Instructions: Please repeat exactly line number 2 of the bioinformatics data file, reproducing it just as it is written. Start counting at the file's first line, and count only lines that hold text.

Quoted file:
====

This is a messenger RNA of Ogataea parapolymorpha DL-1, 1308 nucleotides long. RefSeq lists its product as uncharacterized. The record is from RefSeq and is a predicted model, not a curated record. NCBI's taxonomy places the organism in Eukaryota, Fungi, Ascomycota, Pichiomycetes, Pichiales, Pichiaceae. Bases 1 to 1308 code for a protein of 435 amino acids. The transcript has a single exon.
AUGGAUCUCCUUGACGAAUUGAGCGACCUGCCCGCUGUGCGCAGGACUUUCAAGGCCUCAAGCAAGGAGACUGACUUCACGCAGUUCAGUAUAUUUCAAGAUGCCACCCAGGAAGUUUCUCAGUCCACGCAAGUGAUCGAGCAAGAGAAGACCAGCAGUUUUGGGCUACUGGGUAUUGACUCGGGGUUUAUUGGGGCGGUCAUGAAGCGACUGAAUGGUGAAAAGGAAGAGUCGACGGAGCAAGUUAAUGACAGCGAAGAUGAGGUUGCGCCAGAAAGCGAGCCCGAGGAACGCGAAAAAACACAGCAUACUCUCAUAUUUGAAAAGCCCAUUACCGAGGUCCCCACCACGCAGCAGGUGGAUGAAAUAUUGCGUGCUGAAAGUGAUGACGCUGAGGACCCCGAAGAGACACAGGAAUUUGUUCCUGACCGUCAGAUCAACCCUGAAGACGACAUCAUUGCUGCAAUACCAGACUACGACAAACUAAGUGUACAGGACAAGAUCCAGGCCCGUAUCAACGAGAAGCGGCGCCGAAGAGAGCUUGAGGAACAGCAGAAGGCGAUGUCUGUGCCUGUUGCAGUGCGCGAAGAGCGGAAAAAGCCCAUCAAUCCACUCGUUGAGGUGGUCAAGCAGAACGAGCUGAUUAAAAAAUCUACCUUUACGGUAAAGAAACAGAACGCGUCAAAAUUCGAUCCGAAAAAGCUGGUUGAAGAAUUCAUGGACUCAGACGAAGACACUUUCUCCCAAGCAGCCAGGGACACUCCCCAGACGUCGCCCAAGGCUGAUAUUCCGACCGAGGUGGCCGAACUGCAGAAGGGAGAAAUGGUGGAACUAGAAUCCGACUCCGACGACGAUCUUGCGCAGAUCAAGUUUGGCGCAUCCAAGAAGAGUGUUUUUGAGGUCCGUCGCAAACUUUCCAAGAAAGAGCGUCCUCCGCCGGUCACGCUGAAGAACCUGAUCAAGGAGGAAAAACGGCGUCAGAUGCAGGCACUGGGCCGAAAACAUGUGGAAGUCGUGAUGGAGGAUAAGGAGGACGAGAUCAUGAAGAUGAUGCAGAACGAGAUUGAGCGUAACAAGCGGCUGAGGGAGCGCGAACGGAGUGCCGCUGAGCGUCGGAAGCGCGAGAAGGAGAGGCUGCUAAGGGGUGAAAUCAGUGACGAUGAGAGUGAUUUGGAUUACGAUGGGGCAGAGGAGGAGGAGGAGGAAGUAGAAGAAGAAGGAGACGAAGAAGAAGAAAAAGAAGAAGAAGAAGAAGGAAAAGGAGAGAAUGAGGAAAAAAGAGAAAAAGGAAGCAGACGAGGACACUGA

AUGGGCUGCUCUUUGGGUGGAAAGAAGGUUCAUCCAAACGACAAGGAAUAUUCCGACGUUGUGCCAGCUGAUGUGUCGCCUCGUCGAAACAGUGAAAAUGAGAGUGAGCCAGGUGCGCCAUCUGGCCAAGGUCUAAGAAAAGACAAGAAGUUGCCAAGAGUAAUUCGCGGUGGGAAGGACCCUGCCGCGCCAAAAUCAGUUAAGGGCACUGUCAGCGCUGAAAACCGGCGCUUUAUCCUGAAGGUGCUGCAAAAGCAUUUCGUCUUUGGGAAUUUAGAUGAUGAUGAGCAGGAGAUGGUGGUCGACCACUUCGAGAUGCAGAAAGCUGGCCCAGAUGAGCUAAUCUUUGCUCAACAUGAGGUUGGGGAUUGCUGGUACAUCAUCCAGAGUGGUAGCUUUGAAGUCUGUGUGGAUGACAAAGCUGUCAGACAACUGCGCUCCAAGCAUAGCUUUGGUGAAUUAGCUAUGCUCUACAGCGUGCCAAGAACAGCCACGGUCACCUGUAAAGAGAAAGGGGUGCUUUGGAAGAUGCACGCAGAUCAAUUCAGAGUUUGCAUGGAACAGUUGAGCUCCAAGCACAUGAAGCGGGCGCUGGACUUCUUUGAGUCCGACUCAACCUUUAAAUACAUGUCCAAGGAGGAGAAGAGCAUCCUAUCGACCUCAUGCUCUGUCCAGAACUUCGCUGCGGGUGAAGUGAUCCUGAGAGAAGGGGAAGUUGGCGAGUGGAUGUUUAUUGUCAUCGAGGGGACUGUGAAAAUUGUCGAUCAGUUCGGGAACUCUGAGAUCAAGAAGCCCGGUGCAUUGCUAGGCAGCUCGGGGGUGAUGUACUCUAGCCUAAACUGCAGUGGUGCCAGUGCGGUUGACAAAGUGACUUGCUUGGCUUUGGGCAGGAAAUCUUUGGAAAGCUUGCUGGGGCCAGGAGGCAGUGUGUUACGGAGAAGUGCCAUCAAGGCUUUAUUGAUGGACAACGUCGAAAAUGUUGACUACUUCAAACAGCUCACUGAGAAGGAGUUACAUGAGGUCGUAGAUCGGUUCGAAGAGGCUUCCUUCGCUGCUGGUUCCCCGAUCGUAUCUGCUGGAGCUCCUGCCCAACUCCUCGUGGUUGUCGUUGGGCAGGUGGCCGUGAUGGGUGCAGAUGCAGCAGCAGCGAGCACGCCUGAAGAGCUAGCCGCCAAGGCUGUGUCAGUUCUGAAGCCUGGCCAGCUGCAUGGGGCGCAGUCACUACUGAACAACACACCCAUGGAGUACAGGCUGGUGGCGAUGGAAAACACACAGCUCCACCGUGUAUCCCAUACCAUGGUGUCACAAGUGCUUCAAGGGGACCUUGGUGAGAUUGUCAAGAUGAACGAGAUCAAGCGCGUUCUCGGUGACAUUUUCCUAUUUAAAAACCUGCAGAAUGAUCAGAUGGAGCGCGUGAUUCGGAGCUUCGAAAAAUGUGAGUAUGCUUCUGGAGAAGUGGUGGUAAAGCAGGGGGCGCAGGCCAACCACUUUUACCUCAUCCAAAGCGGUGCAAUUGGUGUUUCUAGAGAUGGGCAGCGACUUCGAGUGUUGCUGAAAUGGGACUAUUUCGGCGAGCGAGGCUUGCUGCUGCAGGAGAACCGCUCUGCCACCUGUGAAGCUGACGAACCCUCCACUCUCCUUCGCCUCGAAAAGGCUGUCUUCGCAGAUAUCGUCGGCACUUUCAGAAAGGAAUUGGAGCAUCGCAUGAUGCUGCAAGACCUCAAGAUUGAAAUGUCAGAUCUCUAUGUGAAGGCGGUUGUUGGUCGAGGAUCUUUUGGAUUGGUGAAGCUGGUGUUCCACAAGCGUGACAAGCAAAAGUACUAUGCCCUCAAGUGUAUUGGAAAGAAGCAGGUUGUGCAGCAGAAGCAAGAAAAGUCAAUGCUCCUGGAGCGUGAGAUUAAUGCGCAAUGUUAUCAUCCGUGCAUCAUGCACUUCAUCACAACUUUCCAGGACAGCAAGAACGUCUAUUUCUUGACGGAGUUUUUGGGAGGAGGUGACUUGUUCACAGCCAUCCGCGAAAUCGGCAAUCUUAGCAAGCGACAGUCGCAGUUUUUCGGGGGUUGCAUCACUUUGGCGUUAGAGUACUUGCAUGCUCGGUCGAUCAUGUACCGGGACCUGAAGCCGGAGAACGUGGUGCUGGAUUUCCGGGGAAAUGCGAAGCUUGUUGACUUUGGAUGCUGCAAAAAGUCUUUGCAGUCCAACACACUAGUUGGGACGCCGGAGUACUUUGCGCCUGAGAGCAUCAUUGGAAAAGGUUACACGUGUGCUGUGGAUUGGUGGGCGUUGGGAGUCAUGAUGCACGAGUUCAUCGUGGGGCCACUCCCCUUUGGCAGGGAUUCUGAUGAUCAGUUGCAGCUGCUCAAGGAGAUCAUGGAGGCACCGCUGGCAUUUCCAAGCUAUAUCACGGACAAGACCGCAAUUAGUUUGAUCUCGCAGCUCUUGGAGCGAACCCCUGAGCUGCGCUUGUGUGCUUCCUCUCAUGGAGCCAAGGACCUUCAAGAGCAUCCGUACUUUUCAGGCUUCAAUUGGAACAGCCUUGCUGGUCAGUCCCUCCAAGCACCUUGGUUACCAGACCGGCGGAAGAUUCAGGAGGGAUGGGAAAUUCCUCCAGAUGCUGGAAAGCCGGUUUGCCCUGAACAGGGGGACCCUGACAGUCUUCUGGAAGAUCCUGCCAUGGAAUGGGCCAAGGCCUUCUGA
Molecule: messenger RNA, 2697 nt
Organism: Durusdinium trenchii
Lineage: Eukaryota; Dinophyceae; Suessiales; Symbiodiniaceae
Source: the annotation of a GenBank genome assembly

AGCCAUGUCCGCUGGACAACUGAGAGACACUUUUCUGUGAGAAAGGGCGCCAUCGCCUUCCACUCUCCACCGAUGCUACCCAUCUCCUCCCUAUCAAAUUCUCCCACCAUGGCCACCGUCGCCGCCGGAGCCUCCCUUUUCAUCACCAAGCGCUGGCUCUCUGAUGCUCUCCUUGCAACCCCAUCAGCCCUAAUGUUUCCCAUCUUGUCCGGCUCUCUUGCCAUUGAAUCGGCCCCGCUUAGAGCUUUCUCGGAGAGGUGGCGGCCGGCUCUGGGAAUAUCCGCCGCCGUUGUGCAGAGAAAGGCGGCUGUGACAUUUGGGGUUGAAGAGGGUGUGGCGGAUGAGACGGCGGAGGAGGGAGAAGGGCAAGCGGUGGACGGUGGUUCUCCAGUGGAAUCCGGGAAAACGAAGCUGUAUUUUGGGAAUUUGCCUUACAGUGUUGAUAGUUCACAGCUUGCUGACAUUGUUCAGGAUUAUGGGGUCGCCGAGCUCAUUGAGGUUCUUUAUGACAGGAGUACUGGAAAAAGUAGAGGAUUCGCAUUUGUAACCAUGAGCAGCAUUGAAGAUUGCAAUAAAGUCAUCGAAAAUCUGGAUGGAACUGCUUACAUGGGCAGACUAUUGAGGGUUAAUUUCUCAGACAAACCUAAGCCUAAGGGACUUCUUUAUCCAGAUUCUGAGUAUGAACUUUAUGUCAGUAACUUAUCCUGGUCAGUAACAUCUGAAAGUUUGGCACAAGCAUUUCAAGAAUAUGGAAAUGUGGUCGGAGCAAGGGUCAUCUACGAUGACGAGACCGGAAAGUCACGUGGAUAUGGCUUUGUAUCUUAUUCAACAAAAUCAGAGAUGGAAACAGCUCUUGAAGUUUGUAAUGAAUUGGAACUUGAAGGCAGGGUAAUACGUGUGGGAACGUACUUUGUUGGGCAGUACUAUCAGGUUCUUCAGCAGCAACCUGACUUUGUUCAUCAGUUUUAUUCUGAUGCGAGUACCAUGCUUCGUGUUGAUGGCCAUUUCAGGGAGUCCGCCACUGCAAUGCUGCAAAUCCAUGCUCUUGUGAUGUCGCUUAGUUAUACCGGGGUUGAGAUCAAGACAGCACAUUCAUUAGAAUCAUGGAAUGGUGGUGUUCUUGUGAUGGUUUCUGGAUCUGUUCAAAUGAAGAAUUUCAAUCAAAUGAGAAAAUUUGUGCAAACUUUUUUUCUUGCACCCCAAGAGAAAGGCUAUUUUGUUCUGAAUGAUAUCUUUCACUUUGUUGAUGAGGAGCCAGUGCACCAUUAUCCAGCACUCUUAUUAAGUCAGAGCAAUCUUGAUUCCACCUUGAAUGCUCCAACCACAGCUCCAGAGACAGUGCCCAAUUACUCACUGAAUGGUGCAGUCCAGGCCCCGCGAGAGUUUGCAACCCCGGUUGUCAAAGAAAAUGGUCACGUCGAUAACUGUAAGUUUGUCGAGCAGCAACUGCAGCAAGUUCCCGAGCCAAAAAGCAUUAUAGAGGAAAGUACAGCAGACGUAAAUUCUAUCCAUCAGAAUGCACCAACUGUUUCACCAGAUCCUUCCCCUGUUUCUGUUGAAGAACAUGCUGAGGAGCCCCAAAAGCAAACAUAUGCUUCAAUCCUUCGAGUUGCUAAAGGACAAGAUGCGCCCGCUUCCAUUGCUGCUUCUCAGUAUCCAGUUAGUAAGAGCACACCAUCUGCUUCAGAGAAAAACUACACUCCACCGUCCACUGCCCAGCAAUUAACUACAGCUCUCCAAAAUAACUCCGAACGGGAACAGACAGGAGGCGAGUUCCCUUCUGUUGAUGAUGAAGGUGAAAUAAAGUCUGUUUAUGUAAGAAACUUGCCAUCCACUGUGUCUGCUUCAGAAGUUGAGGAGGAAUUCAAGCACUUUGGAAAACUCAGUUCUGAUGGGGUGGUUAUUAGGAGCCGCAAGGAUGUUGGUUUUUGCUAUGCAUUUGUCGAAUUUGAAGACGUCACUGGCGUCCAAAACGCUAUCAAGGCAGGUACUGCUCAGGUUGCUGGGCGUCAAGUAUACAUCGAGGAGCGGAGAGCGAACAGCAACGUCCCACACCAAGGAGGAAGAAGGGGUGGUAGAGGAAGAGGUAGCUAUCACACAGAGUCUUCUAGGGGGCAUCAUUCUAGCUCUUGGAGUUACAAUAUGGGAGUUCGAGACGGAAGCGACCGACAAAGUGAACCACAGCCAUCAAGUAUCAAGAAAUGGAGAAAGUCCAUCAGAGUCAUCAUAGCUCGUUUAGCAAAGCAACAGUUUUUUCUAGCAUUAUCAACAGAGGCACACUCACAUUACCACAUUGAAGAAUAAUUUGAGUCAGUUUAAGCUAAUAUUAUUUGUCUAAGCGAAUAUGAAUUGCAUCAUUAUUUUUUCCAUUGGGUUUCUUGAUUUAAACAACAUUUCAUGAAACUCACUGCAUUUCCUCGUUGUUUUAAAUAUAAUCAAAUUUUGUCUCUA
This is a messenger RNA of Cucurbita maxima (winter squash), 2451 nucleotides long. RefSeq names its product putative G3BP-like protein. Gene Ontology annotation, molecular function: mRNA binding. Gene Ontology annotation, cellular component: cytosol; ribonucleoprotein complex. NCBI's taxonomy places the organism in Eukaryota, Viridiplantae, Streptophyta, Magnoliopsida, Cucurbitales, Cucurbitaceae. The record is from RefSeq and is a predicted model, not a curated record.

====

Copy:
AUGGAUCUCCUUGACGAAUUGAGCGACCUGCCCGCUGUGCGCAGGACUUUCAAGGCCUCAAGCAAGGAGACUGACUUCACGCAGUUCAGUAUAUUUCAAGAUGCCACCCAGGAAGUUUCUCAGUCCACGCAAGUGAUCGAGCAAGAGAAGACCAGCAGUUUUGGGCUACUGGGUAUUGACUCGGGGUUUAUUGGGGCGGUCAUGAAGCGACUGAAUGGUGAAAAGGAAGAGUCGACGGAGCAAGUUAAUGACAGCGAAGAUGAGGUUGCGCCAGAAAGCGAGCCCGAGGAACGCGAAAAAACACAGCAUACUCUCAUAUUUGAAAAGCCCAUUACCGAGGUCCCCACCACGCAGCAGGUGGAUGAAAUAUUGCGUGCUGAAAGUGAUGACGCUGAGGACCCCGAAGAGACACAGGAAUUUGUUCCUGACCGUCAGAUCAACCCUGAAGACGACAUCAUUGCUGCAAUACCAGACUACGACAAACUAAGUGUACAGGACAAGAUCCAGGCCCGUAUCAACGAGAAGCGGCGCCGAAGAGAGCUUGAGGAACAGCAGAAGGCGAUGUCUGUGCCUGUUGCAGUGCGCGAAGAGCGGAAAAAGCCCAUCAAUCCACUCGUUGAGGUGGUCAAGCAGAACGAGCUGAUUAAAAAAUCUACCUUUACGGUAAAGAAACAGAACGCGUCAAAAUUCGAUCCGAAAAAGCUGGUUGAAGAAUUCAUGGACUCAGACGAAGACACUUUCUCCCAAGCAGCCAGGGACACUCCCCAGACGUCGCCCAAGGCUGAUAUUCCGACCGAGGUGGCCGAACUGCAGAAGGGAGAAAUGGUGGAACUAGAAUCCGACUCCGACGACGAUCUUGCGCAGAUCAAGUUUGGCGCAUCCAAGAAGAGUGUUUUUGAGGUCCGUCGCAAACUUUCCAAGAAAGAGCGUCCUCCGCCGGUCACGCUGAAGAACCUGAUCAAGGAGGAAAAACGGCGUCAGAUGCAGGCACUGGGCCGAAAACAUGUGGAAGUCGUGAUGGAGGAUAAGGAGGACGAGAUCAUGAAGAUGAUGCAGAACGAGAUUGAGCGUAACAAGCGGCUGAGGGAGCGCGAACGGAGUGCCGCUGAGCGUCGGAAGCGCGAGAAGGAGAGGCUGCUAAGGGGUGAAAUCAGUGACGAUGAGAGUGAUUUGGAUUACGAUGGGGCAGAGGAGGAGGAGGAGGAAGUAGAAGAAGAAGGAGACGAAGAAGAAGAAAAAGAAGAAGAAGAAGAAGGAAAAGGAGAGAAUGAGGAAAAAAGAGAAAAAGGAAGCAGACGAGGACACUGA